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Welcome

Welcome to Mayo Clinic Anxiety Coach. Here you will find tools for children and families struggling with anxiety disorders, obsessive compulsive disorder (OCD), and situational stress. Because we treat these conditions differently, we have two separate programs to help. Anxiety Coach is for children and families dealing with anxiety disorders and OCD. The Family Stress Resource Center is for children and families coping with upsetting changes, events, or challenges in their lives. To get started, decide which program best meets your child's needs.

What’s the difference between anxiety disorders and OCD versus situational stress?

Anxiety Disorder Situational Stress
Main feelings Worry, fear, nervousness, grossed-out, things aren’t “just-right” Worry, fear, nervousness, anger, sadness
Other feelings Anger, sadness, frustration when kids aren’t able to avoid what they fear. Anger, sadness, frustration about what is happening in their life.
How did it start? Usually unclear; some kids always felt this way and it got worse over time. If something set it off, that is over now. A current or recent upsetting change, event, or experience is making life more difficult.
How would other kids react? Most kids would not be bothered, or if they were, they could handle it. Most kids would also be upset, although some would be more upset than others.
What is the goal of treatment? Help kids learn that the things they fear or that bother them are not as scary or bad as they think Support kids through difficult times until the upsetting situation improves or they have time to adjust
What does treatment include? Facing fears through a series of small experiments Coping and problem-solving techniques

When children have anxiety disorders they are very afraid, nervous, or worried about typical daily experiences that would not bother most children their age. For some kids with OCD, rather than feeling nervous or worried, they feel “grossed-out” by things or feel the need to make things “just-right.” In both cases, children feel anxious or upset, even when there is nothing happening around them that would be very frightening or bothersome to most other kids.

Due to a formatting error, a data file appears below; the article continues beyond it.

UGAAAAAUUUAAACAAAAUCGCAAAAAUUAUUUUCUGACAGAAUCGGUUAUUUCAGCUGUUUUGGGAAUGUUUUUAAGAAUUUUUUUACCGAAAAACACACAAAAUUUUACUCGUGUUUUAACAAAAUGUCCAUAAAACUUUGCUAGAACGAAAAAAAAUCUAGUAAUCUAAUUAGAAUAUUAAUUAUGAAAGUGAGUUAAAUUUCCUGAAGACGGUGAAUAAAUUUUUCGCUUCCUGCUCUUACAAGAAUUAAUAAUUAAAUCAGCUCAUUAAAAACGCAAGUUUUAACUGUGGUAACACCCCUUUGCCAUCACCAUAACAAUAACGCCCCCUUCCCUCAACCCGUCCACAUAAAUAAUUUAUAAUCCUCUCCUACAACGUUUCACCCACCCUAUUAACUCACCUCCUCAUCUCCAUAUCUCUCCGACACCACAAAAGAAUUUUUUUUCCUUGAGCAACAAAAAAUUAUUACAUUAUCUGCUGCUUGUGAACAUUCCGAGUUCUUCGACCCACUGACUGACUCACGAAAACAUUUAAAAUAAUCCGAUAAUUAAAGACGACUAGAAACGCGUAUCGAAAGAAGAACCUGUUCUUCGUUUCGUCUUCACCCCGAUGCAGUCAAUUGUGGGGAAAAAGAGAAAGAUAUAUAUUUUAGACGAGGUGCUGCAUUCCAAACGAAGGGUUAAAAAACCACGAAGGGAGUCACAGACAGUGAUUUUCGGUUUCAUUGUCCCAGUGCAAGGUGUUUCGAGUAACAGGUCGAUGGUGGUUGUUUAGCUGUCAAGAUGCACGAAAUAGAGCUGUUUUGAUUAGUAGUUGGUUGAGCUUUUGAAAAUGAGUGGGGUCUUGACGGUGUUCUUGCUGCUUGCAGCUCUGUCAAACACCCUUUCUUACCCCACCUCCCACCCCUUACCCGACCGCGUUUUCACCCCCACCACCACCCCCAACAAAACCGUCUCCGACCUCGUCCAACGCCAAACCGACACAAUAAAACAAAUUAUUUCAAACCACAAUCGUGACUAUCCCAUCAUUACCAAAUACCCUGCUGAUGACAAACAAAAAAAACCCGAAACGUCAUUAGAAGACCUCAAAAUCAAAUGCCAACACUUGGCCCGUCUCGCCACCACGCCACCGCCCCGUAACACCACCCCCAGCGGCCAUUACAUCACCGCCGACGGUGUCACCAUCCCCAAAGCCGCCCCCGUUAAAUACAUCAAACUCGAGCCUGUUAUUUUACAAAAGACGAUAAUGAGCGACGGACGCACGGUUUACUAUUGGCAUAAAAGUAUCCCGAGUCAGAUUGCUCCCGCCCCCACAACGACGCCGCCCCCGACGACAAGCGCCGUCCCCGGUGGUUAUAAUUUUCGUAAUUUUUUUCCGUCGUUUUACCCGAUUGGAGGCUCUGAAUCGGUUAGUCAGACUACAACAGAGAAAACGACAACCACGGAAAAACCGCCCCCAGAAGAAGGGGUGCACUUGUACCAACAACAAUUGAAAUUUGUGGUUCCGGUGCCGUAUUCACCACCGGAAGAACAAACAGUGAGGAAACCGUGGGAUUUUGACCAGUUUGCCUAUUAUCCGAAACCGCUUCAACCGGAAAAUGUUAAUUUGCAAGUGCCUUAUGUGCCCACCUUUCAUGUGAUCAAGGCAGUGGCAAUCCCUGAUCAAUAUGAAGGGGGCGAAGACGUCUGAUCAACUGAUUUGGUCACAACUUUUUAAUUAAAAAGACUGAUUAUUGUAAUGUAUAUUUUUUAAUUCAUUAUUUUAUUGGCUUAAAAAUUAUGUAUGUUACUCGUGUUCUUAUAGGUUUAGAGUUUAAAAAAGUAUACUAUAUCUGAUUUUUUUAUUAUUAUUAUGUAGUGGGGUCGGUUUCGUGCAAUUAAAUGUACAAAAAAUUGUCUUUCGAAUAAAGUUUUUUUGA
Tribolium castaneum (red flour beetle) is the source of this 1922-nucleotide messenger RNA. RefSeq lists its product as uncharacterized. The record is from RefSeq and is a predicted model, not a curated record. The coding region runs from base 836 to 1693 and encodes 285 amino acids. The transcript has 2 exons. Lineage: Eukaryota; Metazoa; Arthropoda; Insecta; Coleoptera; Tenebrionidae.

On the other hand, situational stress is a child’s reaction to a difficult situation that most children of that age would find upsetting. At these times children may feel worried, nervous, angry, sad, or frustrated. They may feel or act more upset than other children, but their thoughts and feelings about the stressful situation are similar to how we would expect most kids of that age to react.

It is also important to note that kids can experience both anxiety disorders and situational stress at the same time or at different times in their lives.

Treatment for anxiety disorders and OCD involves helping kids learn through facing their fears in a series of experiments that they were more nervous than they really needed to be. The children begin to feel better as they learn that their fears or worries are unlikely to come true.

Treatment for situational stress involves helping children use strategies to cope with emotional distress until the stressful situation improves or they adjust to the situation. Children feel better by having strategies to solve problems that can be solved and having support to handle situations that cannot be fixed.

Anxiety and stress can be challenging, including choosing the right treatment. If you ever feel like you need help, contact your doctor, therapist, counselor, or the Mayo Clinic Pediatric Anxiety Disorders Clinic to schedule an appointment. Adults seeking help for anxiety or stress may also find Anxiety Coach and the Family Stress Resource Center helpful. More information for adults can be found at Mayo Clinic Patient Care and Health Information.

Now that you understand the differences between anxiety disorders and OCD versus situational stress, let’s start the program that best fits your child’s needs and goals at this time.